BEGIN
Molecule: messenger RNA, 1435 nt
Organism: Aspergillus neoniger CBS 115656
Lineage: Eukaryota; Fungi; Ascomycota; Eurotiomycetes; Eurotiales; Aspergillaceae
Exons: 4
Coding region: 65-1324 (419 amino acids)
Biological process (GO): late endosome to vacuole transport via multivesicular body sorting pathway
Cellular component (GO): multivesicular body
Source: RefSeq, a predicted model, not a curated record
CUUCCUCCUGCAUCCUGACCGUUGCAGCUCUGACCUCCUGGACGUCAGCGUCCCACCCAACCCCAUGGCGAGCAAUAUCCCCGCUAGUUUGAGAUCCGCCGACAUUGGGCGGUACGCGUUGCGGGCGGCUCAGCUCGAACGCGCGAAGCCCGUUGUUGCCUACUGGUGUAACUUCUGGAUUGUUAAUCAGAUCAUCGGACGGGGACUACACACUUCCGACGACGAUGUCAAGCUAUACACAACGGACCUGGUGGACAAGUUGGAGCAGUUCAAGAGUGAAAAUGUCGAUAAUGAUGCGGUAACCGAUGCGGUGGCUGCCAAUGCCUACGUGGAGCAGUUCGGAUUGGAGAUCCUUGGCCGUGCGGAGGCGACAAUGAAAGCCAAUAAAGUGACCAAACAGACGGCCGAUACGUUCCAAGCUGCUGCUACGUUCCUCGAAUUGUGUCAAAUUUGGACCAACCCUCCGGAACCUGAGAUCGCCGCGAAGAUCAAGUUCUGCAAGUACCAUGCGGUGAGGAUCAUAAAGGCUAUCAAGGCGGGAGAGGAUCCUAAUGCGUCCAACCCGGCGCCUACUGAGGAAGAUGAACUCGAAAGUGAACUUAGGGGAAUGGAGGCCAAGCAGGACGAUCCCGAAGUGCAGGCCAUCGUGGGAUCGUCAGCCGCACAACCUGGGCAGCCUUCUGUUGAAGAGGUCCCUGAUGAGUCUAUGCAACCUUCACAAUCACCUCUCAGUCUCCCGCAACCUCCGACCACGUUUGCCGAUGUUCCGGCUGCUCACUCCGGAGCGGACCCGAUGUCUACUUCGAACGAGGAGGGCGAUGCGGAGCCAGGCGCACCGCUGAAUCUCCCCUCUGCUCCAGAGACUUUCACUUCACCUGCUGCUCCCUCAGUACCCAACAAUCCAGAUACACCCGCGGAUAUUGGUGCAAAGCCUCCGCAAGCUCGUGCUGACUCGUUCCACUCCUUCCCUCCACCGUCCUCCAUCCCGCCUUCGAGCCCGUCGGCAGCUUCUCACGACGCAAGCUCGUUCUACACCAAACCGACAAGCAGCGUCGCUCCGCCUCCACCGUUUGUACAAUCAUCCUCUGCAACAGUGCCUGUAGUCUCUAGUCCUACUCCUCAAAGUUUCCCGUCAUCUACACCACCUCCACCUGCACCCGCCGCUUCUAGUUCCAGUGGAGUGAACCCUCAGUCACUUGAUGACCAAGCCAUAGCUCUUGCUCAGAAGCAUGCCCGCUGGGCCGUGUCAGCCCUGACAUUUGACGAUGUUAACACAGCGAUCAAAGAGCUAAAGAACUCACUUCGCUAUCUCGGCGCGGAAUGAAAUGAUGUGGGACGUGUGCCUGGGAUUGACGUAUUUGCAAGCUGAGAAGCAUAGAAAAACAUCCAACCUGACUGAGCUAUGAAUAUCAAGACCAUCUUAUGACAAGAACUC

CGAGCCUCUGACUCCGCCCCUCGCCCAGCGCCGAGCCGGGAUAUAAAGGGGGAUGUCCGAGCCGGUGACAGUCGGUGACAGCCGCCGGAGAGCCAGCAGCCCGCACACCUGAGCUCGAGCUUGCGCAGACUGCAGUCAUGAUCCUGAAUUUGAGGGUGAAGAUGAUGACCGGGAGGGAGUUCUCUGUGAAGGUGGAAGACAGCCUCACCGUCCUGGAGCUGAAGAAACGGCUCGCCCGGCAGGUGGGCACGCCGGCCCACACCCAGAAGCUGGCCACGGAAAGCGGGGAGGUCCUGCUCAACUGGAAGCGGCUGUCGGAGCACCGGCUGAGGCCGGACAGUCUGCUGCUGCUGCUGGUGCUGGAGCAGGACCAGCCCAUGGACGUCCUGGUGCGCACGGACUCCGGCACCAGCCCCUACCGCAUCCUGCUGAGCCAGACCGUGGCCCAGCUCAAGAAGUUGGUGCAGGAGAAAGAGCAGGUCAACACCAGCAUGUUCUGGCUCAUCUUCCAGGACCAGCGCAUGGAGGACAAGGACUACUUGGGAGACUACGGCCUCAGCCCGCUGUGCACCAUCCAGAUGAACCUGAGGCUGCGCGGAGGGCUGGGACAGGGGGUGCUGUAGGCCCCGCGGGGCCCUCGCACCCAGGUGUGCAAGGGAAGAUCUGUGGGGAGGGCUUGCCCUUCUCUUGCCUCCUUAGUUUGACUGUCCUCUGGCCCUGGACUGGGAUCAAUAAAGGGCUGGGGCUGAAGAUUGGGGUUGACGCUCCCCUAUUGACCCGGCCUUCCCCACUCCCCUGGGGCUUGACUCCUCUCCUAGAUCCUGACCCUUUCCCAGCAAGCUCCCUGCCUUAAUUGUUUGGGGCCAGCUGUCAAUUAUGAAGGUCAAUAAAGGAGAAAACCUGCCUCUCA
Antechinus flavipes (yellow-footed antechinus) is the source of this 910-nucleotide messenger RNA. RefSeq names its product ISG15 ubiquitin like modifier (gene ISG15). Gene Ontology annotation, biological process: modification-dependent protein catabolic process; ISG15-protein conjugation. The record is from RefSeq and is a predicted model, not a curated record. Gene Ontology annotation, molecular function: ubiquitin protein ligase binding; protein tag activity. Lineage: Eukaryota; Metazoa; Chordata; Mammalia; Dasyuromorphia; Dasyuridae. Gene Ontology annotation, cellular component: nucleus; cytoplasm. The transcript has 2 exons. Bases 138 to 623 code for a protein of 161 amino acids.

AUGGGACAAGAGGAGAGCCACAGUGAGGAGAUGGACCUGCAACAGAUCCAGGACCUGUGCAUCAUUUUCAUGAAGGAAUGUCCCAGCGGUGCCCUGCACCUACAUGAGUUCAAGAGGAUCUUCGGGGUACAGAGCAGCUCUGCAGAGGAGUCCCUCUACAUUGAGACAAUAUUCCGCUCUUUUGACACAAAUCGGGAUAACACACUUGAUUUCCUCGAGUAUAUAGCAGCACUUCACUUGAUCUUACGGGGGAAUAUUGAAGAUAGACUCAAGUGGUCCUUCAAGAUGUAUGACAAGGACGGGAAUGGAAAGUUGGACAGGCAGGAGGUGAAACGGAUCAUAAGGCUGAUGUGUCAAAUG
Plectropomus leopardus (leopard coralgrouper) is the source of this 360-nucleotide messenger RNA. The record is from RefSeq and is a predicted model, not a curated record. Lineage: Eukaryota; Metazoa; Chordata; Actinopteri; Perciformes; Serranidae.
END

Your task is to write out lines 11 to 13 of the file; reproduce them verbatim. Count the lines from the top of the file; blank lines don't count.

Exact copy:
Antechinus flavipes (yellow-footed antechinus) is the source of this 910-nucleotide messenger RNA. RefSeq names its product ISG15 ubiquitin like modifier (gene ISG15). Gene Ontology annotation, biological process: modification-dependent protein catabolic process; ISG15-protein conjugation. The record is from RefSeq and is a predicted model, not a curated record. Gene Ontology annotation, molecular function: ubiquitin protein ligase binding; protein tag activity. Lineage: Eukaryota; Metazoa; Chordata; Mammalia; Dasyuromorphia; Dasyuridae. Gene Ontology annotation, cellular component: nucleus; cytoplasm. The transcript has 2 exons. Bases 138 to 623 code for a protein of 161 amino acids.

AUGGGACAAGAGGAGAGCCACAGUGAGGAGAUGGACCUGCAACAGAUCCAGGACCUGUGCAUCAUUUUCAUGAAGGAAUGUCCCAGCGGUGCCCUGCACCUACAUGAGUUCAAGAGGAUCUUCGGGGUACAGAGCAGCUCUGCAGAGGAGUCCCUCUACAUUGAGACAAUAUUCCGCUCUUUUGACACAAAUCGGGAUAACACACUUGAUUUCCUCGAGUAUAUAGCAGCACUUCACUUGAUCUUACGGGGGAAUAUUGAAGAUAGACUCAAGUGGUCCUUCAAGAUGUAUGACAAGGACGGGAAUGGAAAGUUGGACAGGCAGGAGGUGAAACGGAUCAUAAGGCUGAUGUGUCAAAUG
Plectropomus leopardus (leopard coralgrouper) is the source of this 360-nucleotide messenger RNA. The record is from RefSeq and is a predicted model, not a curated record. Lineage: Eukaryota; Metazoa; Chordata; Actinopteri; Perciformes; Serranidae.